To account for the drumlins, the ice is postulated to have been moving in the glacial theory, and yet the eskers are thought to have been formed during the melting of the ice. The drift of the drumlins appears to be continuous with the aterial comprising the eskers. The eskers have not been let down on top of the drift that has been streamlined, but appear to be continuous with the drift of the vicinity.  

Studies of the internal structure of eskers have not clarified the problems of accounting for them in the glacial theory. Some contain vertical clay walls parallel to the axis of the esker. The direction of inclination of the cross stratification within eskers has led some investigators to the conclusion that the river that formed one esker flowed sideways, acoss the axis of the esker! [23]  

Flint suggested that most eskers have been formed in tunnels underneath the ice, or in open canals near the perimeter of the ice-sheet. The ice was stagnant and the ice sheet was thin. Meltwaters flowing from the surface of the glacier sought the lowest channels, and thus topography influenced the course of the esker. Flint wrote:  

Most large eskers do not trend indiscriminately across country, as they should do if superposed from upon or within the ice. They are highly selective, following valleys through long distances and crossing divides at conspicuous low points. This could happen only if they were built on the ground, under the guidance of the local topography. Indeed the englacial hypothesis is an attempt at a compromise by keeping the ice tunnel close enough to the ground to be influenced by the terrain. [24] 
However, the difficulty of the eskers following courses that go up and down hills is unexplained. It seems that for the common phenomenon of a sinuous ridge winding over the countryside many different theories are required, including:  
  1. squeezing up of the drift by weight of the ice on either side; 
  2. deposition of sediments in crevasses; 
  3. deposition from rivers flowing in tunnels underneath; 
  4. deposition from rivers flowing in tunnels within the glacier, and 
  5. dumping of debris at the glaciers' snout as it melted away.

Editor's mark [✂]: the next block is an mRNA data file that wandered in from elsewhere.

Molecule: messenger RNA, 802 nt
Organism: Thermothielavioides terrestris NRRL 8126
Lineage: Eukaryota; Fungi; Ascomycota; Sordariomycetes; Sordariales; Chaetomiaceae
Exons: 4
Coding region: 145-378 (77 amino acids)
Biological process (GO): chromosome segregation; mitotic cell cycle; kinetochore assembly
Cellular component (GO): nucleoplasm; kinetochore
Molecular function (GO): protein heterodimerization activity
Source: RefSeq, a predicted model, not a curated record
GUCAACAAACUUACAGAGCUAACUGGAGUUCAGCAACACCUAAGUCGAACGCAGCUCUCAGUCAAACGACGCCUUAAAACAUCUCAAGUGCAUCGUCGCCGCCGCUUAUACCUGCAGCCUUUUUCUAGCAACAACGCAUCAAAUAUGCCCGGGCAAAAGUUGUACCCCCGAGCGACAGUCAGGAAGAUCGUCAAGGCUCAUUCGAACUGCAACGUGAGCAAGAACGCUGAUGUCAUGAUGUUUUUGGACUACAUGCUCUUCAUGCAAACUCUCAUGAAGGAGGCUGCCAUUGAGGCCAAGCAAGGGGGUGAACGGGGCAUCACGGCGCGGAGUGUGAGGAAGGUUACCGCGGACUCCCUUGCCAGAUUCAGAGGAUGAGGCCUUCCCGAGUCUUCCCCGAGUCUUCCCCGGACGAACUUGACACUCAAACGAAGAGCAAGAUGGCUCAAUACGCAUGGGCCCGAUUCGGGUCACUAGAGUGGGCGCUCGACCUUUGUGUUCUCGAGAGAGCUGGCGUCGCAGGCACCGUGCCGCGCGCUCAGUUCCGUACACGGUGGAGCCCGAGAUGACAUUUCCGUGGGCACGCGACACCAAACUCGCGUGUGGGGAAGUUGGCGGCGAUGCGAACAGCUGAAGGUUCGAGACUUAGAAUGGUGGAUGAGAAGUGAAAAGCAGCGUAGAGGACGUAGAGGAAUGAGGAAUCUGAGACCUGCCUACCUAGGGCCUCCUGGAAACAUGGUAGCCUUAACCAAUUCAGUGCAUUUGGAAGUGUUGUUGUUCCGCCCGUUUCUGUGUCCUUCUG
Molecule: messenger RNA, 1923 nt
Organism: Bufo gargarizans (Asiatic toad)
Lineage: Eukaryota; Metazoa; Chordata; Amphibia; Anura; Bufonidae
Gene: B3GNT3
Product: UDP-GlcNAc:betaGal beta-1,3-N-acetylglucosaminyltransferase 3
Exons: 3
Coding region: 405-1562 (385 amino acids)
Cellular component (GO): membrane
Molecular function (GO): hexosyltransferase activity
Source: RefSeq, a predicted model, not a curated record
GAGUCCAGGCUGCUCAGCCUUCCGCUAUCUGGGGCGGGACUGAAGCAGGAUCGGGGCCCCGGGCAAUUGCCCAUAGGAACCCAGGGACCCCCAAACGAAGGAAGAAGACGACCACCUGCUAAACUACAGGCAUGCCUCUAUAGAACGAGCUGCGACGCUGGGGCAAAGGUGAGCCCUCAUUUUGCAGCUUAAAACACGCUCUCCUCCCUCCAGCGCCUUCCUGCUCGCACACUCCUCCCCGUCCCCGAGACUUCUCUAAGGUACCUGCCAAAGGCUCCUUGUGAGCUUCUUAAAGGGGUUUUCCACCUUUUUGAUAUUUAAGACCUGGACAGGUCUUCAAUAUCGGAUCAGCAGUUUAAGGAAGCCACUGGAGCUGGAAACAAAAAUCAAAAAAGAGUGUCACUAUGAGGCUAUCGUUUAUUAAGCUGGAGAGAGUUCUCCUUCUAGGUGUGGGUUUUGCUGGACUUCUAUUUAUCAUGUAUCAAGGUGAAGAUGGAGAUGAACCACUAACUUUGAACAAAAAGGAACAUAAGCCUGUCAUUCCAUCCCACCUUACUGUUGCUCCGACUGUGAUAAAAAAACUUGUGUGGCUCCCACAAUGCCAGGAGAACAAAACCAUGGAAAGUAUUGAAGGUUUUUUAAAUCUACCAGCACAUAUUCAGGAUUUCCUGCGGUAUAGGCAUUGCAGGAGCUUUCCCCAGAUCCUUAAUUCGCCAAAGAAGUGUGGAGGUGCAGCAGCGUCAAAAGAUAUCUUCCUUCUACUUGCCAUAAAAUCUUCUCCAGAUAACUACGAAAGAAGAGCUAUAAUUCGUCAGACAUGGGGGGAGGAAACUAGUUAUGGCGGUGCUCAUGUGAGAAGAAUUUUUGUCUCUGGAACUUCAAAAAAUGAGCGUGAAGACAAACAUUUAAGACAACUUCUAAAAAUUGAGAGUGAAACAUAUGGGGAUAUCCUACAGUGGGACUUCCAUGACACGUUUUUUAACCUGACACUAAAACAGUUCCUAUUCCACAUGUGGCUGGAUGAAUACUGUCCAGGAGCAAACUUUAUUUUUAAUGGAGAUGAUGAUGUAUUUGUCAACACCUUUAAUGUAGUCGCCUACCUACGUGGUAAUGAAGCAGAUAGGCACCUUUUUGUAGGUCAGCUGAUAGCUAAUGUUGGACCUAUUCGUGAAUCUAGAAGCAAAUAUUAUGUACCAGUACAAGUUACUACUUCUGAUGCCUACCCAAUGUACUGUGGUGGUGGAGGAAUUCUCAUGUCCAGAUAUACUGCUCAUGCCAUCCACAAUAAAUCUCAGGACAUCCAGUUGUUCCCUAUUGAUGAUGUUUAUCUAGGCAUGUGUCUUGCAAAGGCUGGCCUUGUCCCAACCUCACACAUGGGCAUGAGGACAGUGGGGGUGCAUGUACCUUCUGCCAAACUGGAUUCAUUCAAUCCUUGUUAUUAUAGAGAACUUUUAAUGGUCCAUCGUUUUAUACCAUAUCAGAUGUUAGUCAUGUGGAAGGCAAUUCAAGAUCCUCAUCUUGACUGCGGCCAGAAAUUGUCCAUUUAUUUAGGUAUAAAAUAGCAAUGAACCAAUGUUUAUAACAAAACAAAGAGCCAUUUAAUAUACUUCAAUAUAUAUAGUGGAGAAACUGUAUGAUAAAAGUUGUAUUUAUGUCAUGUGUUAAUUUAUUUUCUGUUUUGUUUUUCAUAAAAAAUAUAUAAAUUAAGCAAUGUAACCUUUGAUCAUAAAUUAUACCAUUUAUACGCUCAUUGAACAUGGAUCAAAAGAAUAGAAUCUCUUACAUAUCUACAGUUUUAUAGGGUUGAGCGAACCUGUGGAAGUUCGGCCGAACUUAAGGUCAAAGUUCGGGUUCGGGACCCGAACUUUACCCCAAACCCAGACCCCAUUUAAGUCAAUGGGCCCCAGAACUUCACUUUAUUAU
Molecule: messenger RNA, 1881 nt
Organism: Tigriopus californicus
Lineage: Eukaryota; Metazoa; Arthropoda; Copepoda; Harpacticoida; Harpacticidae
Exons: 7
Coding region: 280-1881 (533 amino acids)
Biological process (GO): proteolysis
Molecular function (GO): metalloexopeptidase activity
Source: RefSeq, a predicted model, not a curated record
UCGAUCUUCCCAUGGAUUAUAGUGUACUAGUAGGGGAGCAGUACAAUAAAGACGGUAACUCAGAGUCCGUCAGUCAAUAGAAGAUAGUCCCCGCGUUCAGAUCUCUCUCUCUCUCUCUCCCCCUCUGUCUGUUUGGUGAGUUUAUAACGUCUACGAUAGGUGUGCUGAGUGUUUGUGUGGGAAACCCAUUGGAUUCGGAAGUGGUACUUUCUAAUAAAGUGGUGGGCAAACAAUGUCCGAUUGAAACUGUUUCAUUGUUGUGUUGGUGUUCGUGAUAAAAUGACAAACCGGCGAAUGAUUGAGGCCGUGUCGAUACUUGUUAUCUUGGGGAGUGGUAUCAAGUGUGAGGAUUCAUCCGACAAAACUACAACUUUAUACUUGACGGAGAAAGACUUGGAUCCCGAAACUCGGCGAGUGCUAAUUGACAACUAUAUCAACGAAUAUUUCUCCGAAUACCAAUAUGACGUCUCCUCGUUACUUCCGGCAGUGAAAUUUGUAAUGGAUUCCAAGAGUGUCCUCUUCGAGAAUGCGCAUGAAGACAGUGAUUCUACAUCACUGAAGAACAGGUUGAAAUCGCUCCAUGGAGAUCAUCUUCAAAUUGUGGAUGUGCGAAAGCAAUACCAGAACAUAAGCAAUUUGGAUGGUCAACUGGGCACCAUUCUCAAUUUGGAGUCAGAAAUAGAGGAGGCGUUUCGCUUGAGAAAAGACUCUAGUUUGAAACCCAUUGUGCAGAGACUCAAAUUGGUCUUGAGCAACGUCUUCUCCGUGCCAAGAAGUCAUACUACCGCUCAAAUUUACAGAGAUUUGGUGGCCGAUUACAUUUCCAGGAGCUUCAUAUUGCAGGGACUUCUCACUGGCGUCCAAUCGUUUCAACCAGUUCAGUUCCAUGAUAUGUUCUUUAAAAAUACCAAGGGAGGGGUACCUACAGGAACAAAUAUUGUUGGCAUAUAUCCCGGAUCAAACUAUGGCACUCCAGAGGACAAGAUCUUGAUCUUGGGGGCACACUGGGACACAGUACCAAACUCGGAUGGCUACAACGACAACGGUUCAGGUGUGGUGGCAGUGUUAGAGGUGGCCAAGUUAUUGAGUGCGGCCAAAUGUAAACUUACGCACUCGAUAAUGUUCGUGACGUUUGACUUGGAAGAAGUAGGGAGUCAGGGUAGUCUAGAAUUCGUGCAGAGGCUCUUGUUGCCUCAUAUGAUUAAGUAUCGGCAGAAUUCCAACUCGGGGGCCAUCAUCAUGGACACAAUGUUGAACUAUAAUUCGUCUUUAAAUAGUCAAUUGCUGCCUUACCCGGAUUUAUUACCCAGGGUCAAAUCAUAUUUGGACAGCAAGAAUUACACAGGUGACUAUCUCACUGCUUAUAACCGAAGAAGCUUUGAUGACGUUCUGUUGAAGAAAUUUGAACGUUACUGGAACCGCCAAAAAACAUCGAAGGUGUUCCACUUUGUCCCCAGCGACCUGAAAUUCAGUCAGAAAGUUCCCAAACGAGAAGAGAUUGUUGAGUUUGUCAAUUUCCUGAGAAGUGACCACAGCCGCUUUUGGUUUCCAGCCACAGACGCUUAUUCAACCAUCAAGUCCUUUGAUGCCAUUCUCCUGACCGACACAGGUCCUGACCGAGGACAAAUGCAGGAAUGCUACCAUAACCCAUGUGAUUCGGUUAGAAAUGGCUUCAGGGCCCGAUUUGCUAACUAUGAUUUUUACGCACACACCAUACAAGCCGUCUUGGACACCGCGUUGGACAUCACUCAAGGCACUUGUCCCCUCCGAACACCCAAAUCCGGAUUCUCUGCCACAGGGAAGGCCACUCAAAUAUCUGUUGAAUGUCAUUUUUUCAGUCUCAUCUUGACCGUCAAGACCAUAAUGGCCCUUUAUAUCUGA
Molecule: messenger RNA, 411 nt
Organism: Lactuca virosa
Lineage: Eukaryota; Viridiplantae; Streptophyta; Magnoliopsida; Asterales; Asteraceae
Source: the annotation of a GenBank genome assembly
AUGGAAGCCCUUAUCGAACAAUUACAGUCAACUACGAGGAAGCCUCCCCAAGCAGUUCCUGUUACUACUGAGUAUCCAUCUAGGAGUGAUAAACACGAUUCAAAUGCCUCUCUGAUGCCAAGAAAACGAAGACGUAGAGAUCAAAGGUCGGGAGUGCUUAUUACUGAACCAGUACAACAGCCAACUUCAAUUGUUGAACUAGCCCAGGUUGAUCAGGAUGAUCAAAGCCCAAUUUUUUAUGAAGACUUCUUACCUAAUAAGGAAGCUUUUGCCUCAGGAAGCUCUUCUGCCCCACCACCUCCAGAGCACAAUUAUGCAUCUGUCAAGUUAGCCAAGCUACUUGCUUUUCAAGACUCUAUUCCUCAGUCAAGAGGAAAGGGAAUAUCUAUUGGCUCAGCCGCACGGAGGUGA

Eskers are actually enigmas in the glacial theory, as the variety of hypotheses proposed to account for them shows.  

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Prairie Mounds and Related Structures

Prairie mounds, rimmed plateaux, and a wide variety of landforms known as "ice disintegration features" are interpreted in the glacial theory as the effects of stagnating ice during the melting of the ice-sheets. According to the glacial theory ice sheets sometimes disintegrated in isolated blocks, that wasted away in place. In some regions these caused hollows such as kettles, and in other places raised mounds and plateaux resulted.  

One of the most complex areas of investigation in the glacial theory involves the interpretation of events at the close of the ice ages in places where ice disintegration features predominate. The wide variety of these structures that may be present has given rise to conflicting interpretations for many areas. Quaternary geologists argue about how the ice melted, whether the debris was deposited underneath the ice, or on top of it with the ice buried underneath, or if rivers in the ice were responsible for intersecting ridges, etc. In general the basic assumption that ice would disintegrate in isolated blocks, rather than the ice-sheet melting at its perimeter and gradually shrinking, seems essential for the glacial interpretation of the vast numbers of mounds, hollows and plateaux over the Great Plains of Canada. Yet this assumption is not confirmed by present experience with ice in glaciers and ice-sheets.  

Actually melting ice influences the temperature of the environment in such a way that isolation of various blocks would be most unlikely. The glaciers melt at their perimeters, and one would expect that an ice-sheet would do the same. Studies of the so-called ice disintegration features only add to the mysteries of the glacial theory.  

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Anomalous Fossils in Supposed Glacial Deposits

Another area of difficulty in the glacial theory involves the types of fossils that occur in the drift. If the Quaternary was a time of glaciers, one should expect that the fossils of the period in areas supposed to have been glaciated would be restricted to life forms associated with cold climate.  

A wide variety of life forms seem to have been present at the time of the deposition of the drift, which is interpreted as the material deposited during the melting of the ice-sheets, and which has been modified at its surface by the melting and movement of the ice.